“Not all the fresh music made in 1971 made an impact in that year. Some of it didn’t come out until years later the people who made it had made it had moved on, had become different people, or died.” That’s the first sentence in the September chapter of Never A Dull Moment by David Hepworth.
The Modern Lovers included future Talking Heads member Jerry Harrison and leader Jonathan Richman, who is considered by some to be the ‘godfather of punk rock.”
Roxy Music was primarily wanted to be perceived as an art project, as most of the members, including Bryan Ferry, were students. Likewise, David Byrne was meeting up with Chris Frantz at the Phode Island School of Design and thinking about a band called the Artistics; Byrne and Franz would, of course, also help create Talking Heads.
Kraftwerk was formed by Ralf Hütter and Florian Schneider in 1969. Their second album had “more in common with the workshopping approach to improvised theater than the performance-oriented approach of traditional rock.”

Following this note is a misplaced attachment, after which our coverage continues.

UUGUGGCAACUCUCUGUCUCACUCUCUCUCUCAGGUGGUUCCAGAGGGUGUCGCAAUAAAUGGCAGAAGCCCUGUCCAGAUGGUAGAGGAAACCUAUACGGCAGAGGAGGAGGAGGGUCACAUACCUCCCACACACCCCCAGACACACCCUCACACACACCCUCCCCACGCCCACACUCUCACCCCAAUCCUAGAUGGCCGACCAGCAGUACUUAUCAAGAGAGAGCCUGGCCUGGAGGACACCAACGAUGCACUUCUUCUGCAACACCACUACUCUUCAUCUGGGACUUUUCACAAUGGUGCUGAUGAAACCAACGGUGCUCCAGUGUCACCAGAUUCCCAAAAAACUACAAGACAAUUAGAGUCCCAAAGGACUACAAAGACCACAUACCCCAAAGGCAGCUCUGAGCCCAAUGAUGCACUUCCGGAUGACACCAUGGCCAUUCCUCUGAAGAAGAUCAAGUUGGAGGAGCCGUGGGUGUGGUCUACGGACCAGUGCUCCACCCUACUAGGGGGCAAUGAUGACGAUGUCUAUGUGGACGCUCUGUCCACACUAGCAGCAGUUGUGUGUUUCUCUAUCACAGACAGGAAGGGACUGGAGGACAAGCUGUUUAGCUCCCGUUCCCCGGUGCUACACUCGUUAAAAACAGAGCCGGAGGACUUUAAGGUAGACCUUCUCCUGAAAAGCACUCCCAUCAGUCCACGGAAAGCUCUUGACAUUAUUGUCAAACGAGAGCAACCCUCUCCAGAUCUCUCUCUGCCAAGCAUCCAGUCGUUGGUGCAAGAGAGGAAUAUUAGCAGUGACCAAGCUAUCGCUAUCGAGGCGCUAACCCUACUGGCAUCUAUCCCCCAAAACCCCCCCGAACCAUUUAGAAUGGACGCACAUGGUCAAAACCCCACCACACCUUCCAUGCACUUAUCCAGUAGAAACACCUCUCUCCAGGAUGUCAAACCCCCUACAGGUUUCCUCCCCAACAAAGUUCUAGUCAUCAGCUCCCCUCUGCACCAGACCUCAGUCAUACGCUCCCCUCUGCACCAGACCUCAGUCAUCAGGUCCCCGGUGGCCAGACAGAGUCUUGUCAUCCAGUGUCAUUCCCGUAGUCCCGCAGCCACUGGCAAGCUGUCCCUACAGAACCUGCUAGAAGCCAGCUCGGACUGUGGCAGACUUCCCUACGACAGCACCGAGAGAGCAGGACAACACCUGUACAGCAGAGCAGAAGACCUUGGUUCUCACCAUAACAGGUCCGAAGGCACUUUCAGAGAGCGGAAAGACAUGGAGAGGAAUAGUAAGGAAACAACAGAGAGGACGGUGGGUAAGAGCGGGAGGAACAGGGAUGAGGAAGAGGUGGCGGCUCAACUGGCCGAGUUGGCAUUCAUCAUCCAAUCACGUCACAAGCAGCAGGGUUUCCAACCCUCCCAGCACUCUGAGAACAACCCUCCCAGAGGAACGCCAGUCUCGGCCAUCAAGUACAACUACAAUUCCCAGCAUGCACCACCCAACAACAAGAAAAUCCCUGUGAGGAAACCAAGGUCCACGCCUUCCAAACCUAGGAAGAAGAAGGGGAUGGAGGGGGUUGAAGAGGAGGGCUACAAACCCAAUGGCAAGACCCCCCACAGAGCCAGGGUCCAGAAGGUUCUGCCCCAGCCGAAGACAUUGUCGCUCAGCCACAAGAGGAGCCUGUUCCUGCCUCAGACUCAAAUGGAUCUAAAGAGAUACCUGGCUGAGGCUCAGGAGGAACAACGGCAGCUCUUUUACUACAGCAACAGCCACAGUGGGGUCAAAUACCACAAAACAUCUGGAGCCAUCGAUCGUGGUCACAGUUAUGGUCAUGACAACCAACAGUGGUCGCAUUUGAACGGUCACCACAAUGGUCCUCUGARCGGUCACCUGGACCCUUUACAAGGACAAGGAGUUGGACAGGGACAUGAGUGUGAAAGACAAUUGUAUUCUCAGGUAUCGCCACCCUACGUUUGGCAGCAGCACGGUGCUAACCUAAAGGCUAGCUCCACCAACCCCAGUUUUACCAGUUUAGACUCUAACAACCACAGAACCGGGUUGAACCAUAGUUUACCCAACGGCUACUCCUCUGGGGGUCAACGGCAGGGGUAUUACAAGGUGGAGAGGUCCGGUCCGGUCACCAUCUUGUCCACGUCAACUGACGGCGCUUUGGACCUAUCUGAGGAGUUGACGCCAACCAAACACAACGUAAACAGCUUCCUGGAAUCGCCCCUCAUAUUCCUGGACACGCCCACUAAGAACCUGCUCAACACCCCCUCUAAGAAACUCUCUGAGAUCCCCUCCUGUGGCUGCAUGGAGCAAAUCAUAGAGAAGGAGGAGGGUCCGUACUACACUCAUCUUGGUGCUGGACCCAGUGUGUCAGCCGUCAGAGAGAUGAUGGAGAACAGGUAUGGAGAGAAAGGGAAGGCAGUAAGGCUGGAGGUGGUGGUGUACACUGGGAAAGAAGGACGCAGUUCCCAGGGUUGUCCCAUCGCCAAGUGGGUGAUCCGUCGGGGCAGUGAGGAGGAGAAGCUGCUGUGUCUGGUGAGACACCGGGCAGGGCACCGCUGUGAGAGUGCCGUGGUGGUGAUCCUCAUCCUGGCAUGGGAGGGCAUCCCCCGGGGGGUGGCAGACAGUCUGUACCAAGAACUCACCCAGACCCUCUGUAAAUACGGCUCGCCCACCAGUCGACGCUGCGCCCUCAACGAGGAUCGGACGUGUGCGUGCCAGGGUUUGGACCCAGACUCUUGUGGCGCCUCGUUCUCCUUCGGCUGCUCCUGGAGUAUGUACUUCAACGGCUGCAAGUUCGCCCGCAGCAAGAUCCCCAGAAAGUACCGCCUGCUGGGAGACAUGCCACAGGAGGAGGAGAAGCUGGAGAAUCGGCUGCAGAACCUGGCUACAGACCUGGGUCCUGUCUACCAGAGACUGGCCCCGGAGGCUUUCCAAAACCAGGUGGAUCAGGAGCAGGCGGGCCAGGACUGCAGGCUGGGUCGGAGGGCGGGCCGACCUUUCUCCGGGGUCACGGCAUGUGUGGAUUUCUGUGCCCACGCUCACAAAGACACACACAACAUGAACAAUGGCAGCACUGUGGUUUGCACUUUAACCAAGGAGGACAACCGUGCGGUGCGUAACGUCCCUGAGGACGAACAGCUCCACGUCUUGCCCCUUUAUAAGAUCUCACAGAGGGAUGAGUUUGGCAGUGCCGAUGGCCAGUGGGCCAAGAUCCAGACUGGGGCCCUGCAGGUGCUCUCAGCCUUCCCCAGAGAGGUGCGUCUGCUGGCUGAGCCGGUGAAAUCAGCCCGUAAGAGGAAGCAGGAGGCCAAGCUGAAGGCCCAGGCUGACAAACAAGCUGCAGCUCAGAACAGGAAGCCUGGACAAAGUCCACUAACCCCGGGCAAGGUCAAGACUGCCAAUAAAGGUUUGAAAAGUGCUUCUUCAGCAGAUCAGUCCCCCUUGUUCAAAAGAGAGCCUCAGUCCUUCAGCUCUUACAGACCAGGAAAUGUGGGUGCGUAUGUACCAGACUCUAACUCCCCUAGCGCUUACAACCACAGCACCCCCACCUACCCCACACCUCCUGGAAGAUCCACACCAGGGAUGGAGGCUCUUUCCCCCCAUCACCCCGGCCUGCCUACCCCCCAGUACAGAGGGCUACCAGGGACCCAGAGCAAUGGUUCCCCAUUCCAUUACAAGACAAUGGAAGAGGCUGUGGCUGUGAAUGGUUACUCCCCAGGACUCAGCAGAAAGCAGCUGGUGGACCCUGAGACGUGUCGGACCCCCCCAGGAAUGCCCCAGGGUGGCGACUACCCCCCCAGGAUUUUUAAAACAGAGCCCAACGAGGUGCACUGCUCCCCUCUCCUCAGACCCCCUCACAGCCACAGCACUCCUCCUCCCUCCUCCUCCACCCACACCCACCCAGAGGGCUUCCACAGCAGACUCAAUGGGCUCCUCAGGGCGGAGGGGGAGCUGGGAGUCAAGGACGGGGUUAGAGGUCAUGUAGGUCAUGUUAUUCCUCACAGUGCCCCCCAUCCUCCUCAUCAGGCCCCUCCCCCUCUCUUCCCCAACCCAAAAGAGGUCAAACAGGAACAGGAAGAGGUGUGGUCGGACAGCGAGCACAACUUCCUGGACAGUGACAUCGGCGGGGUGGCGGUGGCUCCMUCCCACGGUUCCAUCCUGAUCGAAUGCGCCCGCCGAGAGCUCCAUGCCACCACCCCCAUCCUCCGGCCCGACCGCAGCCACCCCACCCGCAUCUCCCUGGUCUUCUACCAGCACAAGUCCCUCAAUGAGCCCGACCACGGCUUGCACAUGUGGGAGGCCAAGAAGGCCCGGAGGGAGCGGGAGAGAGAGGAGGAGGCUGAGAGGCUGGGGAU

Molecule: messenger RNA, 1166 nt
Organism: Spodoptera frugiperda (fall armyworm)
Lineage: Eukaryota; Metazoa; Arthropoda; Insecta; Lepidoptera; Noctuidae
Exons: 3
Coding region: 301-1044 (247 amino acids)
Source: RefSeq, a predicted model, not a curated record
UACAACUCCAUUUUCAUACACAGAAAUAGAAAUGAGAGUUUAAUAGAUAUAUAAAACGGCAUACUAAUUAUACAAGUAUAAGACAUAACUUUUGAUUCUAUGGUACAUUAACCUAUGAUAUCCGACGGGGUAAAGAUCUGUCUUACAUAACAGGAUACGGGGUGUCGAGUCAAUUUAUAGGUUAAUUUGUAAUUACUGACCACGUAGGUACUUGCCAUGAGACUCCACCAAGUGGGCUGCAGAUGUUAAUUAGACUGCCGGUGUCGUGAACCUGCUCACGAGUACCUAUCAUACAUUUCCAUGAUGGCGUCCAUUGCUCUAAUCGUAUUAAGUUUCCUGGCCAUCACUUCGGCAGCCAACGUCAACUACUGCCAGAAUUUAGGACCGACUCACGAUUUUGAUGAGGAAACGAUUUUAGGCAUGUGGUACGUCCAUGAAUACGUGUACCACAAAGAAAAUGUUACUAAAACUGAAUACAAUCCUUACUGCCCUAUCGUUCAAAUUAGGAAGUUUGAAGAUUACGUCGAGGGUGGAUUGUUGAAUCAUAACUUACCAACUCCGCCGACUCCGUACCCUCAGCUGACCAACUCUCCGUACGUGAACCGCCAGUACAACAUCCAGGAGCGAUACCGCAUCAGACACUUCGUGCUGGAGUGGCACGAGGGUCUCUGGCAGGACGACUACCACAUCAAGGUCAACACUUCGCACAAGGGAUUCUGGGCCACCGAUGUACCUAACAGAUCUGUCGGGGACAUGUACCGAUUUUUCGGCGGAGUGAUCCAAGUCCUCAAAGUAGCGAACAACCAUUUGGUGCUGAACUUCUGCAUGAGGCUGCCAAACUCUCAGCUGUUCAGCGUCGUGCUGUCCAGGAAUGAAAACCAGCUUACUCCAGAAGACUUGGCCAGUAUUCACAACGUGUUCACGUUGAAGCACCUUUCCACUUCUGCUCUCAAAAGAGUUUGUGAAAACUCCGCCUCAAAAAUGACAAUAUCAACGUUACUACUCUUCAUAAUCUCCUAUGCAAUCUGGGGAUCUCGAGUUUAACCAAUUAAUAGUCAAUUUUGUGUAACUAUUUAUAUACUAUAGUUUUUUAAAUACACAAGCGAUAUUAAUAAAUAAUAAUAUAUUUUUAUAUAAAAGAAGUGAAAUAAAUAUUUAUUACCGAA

When the critics suggest who ought to be in the Rock and Roll Hall of Fame, they often mention this band, certainly not for its commercial success, but its influence. The Wikipedia notes: “Kraftwerk’s musical style and image can be heard and seen in 1980s synthpop groups such as Gary Numan, Ultravox, John Foxx, Orchestral Manoeuvres in the Dark, Human League, Depeche Mode, Visage, and Soft Cell.”
Alex Chilton had experience some success with a band called the Box Tops, but the experience left him drained. He and some mates ended up starting a band called Big Star. Their album, #1 Record, released in 1972, did nothing, maybe because it was released on the soul label Stax, which had just bought itself out “of a distribution deal with Columbia” [Records] and therefore had to “promote a white rock record through a black promotion and distribution system.”
The records of the Velvet Underground and Big Star, “like those of of the Stooges, MC5 and Nick Drake, were widely available and widely un-bought.” But those artists inspired music that eventually topped the charts.